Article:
We celebrated a close mate’s 30th last week. A beautiful sunny day, the finest cuts of meat on the barbecue and prodigious amounts of champagne quaffed while luxuriating in his new rooftop Jacuzzi. It’s fair to say that the young man has got it made. He’s worked his way up the corporate food chain and is now trousering eye-popping amounts of cash. If, in the next decade, he avoids costly divorce proceedings and child maintenance issues, then he’ll be spending the rest of his days lazing around in a hammock sipping pina coladas while listening to the waves gently lap against the shores of his own tropical island.

As I tucked into another cognac truffle, I thought back to the morning of my own 30th birthday. Flat broke after pumping my life savings into a business venture that went belly up in roughly the time it takes to boil an egg, I faced the ignominy of signing on at the dole office in order to avoid having my flat repossessed.

At the time I was dating an energetic young lady in her early 20s who worked as a Marilyn Monroe lookalike, but not even she could put a smile on my face as I entered a new decade with all the optimism of a death row inmate who’d just felt the nip of a needle in his arm.

A few days later, as I was moping around feeling sorry for myself, I bumped into Rod Douglas, a former boxer who’d challenged Herol “Bomber” Graham for the British Middleweight title back in 1989. In the aftermath of the bout with Graham – his only career loss – Rod collapsed and was rushed to hospital where surgeons removed a life-threatening blood clot that had lodged on his brain. He survived, but the trauma had left him paralysed and in need of 24-hour care.

That was the last I’d heard of Rod Douglas, the ferocious fighter with the Mr T haircut, so I was more than a tad surprised to see before me a fit, lithe bloke with rippling muscles and an unbelievably sunny disposition. The only side effect from his injury was that his short-term memory occasionally let him down. Because of this affliction, his sympathetic pals had nicknamed him “Alzheimer’s”.

Rod’s renaissance was uplifting and inspiring. I decided that his story was well worth telling, so I asked if I could write his autobiography.

The following week we met at his work – a lapdancing club in the East End of London that he managed for a mate of his called Steve. After walking beneath the gaudy neon sign, I was greeted at reception by a burly, shaven-headed chap, who I later learnt had just completed an 18-year prison sentence after his attempt at performing a full face transplant on a gangland rival had ended in tragedy when the delicate operation morphed into a full head amputation; his medical instruments being a pair of garden shears and a chainsaw. Maybe the intervening years in solitary confinement had had a mellowing effect, as I found him to be a surprisingly decent chap. Mind you, if he ever invited me to join him for a late night cup of tea in his garden shed, I’d probably think twice about it.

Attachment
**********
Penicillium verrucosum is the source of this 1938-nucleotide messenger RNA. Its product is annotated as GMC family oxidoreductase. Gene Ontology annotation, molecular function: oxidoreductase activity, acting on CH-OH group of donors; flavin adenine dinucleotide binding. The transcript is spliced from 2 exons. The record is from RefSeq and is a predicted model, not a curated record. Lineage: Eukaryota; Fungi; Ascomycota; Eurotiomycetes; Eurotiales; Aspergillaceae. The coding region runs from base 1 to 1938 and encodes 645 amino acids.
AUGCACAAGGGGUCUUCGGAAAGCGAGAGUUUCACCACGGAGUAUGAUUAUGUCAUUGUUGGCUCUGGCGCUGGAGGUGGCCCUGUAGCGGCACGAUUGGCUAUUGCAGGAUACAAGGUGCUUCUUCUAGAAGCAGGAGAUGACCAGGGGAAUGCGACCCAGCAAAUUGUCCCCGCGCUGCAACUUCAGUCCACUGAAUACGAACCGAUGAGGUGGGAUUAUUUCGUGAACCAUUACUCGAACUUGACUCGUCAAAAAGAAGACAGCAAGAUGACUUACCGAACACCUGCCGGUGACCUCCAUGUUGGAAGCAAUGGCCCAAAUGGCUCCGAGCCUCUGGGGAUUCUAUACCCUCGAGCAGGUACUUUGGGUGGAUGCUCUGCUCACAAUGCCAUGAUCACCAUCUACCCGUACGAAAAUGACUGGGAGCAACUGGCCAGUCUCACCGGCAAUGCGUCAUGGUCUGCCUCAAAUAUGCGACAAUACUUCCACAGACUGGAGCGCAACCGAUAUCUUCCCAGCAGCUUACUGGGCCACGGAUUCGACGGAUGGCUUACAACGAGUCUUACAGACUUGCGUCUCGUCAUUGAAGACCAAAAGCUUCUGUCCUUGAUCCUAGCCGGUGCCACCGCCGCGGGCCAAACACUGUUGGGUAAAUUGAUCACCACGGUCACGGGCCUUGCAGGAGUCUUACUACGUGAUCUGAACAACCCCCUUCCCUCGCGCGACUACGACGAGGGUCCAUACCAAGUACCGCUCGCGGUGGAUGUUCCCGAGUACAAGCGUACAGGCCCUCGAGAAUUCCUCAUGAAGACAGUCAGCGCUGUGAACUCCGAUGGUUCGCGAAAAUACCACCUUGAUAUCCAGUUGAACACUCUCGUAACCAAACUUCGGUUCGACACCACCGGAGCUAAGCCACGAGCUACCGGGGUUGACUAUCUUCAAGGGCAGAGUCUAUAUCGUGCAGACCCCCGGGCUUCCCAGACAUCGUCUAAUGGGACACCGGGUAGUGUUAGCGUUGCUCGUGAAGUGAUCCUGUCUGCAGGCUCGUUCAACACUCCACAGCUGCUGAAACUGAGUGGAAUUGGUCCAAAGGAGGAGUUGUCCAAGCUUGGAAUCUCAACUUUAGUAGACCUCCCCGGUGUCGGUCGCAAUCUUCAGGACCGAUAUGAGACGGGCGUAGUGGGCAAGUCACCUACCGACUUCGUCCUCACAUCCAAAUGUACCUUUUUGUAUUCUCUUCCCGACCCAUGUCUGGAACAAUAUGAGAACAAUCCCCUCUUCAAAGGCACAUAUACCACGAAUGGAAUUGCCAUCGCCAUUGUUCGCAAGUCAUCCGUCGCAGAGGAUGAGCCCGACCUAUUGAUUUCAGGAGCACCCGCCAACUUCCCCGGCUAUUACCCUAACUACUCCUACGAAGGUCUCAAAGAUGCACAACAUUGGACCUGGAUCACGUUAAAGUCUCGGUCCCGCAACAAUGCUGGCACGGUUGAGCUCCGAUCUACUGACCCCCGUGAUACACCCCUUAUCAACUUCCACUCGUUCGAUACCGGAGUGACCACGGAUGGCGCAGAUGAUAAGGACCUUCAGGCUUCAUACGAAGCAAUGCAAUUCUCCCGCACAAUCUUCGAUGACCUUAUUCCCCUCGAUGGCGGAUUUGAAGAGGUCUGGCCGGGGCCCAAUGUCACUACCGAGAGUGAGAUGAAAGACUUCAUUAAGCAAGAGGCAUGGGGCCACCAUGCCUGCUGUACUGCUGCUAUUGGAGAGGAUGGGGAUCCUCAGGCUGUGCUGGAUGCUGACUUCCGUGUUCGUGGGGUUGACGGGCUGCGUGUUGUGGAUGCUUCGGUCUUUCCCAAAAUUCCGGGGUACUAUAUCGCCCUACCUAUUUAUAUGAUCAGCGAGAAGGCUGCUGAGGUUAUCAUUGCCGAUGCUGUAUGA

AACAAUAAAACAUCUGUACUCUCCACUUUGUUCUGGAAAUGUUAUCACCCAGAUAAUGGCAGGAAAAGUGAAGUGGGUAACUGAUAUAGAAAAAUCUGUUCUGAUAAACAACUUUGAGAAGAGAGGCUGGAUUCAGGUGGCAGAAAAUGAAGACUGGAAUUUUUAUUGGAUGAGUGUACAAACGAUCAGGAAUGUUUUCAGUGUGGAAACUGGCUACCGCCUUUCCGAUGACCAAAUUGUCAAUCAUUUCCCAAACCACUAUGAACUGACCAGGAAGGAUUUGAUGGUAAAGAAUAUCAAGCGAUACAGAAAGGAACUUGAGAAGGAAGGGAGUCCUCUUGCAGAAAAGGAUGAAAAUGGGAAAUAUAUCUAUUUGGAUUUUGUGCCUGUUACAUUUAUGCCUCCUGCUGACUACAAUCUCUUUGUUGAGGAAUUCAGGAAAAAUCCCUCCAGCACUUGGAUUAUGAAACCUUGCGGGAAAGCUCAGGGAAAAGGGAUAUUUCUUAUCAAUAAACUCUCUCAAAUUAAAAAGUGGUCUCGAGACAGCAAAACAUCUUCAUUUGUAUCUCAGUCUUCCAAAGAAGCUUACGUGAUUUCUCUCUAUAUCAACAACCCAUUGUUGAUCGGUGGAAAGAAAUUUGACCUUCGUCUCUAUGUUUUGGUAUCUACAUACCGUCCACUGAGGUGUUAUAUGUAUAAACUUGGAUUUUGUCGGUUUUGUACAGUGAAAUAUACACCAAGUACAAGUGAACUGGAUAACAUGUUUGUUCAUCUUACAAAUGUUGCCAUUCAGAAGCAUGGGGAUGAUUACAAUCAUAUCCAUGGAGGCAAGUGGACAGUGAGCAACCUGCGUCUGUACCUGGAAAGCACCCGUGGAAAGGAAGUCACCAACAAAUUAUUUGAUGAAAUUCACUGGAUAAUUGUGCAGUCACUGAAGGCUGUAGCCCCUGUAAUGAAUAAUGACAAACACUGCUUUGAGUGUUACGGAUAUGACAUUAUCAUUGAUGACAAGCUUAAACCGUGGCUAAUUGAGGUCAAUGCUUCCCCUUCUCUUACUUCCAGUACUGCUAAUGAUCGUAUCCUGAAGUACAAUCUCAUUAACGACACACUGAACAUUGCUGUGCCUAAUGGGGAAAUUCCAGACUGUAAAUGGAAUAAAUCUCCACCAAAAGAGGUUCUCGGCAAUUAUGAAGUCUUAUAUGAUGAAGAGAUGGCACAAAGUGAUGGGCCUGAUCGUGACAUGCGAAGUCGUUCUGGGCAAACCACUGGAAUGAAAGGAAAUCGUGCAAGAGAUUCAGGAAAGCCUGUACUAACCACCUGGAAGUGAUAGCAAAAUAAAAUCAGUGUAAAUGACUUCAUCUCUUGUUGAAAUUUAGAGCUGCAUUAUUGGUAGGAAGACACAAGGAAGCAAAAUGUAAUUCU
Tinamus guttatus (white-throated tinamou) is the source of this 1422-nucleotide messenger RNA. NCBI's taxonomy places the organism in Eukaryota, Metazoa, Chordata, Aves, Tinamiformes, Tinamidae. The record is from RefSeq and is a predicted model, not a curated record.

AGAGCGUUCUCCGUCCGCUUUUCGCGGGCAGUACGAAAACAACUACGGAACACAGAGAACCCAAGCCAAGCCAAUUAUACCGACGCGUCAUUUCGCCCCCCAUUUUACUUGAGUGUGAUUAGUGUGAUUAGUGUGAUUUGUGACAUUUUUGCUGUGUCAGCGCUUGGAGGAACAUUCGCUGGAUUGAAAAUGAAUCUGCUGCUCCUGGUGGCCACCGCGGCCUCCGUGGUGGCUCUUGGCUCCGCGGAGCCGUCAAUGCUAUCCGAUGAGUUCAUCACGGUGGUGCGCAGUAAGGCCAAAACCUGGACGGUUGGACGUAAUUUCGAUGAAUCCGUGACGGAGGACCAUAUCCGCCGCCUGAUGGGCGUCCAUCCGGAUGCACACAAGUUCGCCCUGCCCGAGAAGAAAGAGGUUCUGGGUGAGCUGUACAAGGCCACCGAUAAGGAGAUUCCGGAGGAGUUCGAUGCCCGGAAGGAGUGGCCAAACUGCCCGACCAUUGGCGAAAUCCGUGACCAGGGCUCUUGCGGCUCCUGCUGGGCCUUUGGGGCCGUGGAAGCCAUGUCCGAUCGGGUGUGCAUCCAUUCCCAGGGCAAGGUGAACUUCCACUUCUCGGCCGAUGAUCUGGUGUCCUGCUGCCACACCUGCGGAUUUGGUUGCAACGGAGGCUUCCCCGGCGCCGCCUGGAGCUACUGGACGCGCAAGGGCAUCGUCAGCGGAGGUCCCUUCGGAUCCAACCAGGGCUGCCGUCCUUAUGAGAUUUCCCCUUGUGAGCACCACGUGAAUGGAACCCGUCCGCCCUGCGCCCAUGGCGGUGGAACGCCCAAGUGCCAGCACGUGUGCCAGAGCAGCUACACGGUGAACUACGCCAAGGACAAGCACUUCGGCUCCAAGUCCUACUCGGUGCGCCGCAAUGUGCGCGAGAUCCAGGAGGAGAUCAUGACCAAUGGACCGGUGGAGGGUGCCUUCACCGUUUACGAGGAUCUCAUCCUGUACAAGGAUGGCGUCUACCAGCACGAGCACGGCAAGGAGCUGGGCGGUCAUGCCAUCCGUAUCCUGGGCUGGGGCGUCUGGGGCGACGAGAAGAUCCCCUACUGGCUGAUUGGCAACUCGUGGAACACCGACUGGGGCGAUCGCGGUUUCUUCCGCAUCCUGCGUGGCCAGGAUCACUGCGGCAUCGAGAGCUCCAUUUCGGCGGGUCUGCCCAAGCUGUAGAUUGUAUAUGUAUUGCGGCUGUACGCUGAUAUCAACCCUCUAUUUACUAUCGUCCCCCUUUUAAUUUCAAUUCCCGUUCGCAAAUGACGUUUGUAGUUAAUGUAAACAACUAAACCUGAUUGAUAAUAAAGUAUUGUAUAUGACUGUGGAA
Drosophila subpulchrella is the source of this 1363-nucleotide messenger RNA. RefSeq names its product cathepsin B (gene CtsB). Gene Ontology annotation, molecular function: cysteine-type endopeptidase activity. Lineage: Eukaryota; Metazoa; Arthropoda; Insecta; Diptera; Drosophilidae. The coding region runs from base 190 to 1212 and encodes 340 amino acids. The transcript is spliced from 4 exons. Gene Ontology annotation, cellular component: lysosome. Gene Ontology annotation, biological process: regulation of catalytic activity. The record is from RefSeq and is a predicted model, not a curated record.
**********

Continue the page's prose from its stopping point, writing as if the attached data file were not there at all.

It was 2.30pm – a time when I was usually sat on the sofa watching Quincy – and the place was packed with young ladies gyrating to order for middle-aged city slickers indulging in post-lunch pleasures of the flesh.

When I greeted Rod he was nervous – he’d been off the radar for two decades and was far from comfortable in the company of journalists. “I want Steve here before we start,” he said. “Let me get you a drink while we wait for him.”

A velvety pint of Guinness was consumed while Rod frantically tried to get hold of his friend. Another swiftly followed.

As Rod returned to the bar yet again, he slipped a young lady a £20 note, and moments later I was escorted through a pair of dated net curtains and into a darkened room by a buxom lass who proceeded to perform a rather energetic striptease. If you ignored the fact that she was naked, the routine was almost gymnastic in its aesthetic – so much so, that I was tempted to applaud and award her a score out of six. It wasn’t quite Olga Korbut, but it was definitely a 5.8 or a 5.9.

As Olga and I emerged from the gloom, there was still no sign of Steve. Another pint of the black stuff was handed to me, before a slender Australian lady slipped another of Rod’s thick stack of £20 notes into her purse and marched me upstairs.

An hour and a half later, there was still no Steve. “Look mate, I’m really sorry but Steve’s not going to be able to make it, do you mind coming back tomorrow?” said Rod, apologetically.

I thought about it for half a second, before replying: “What time do you open?”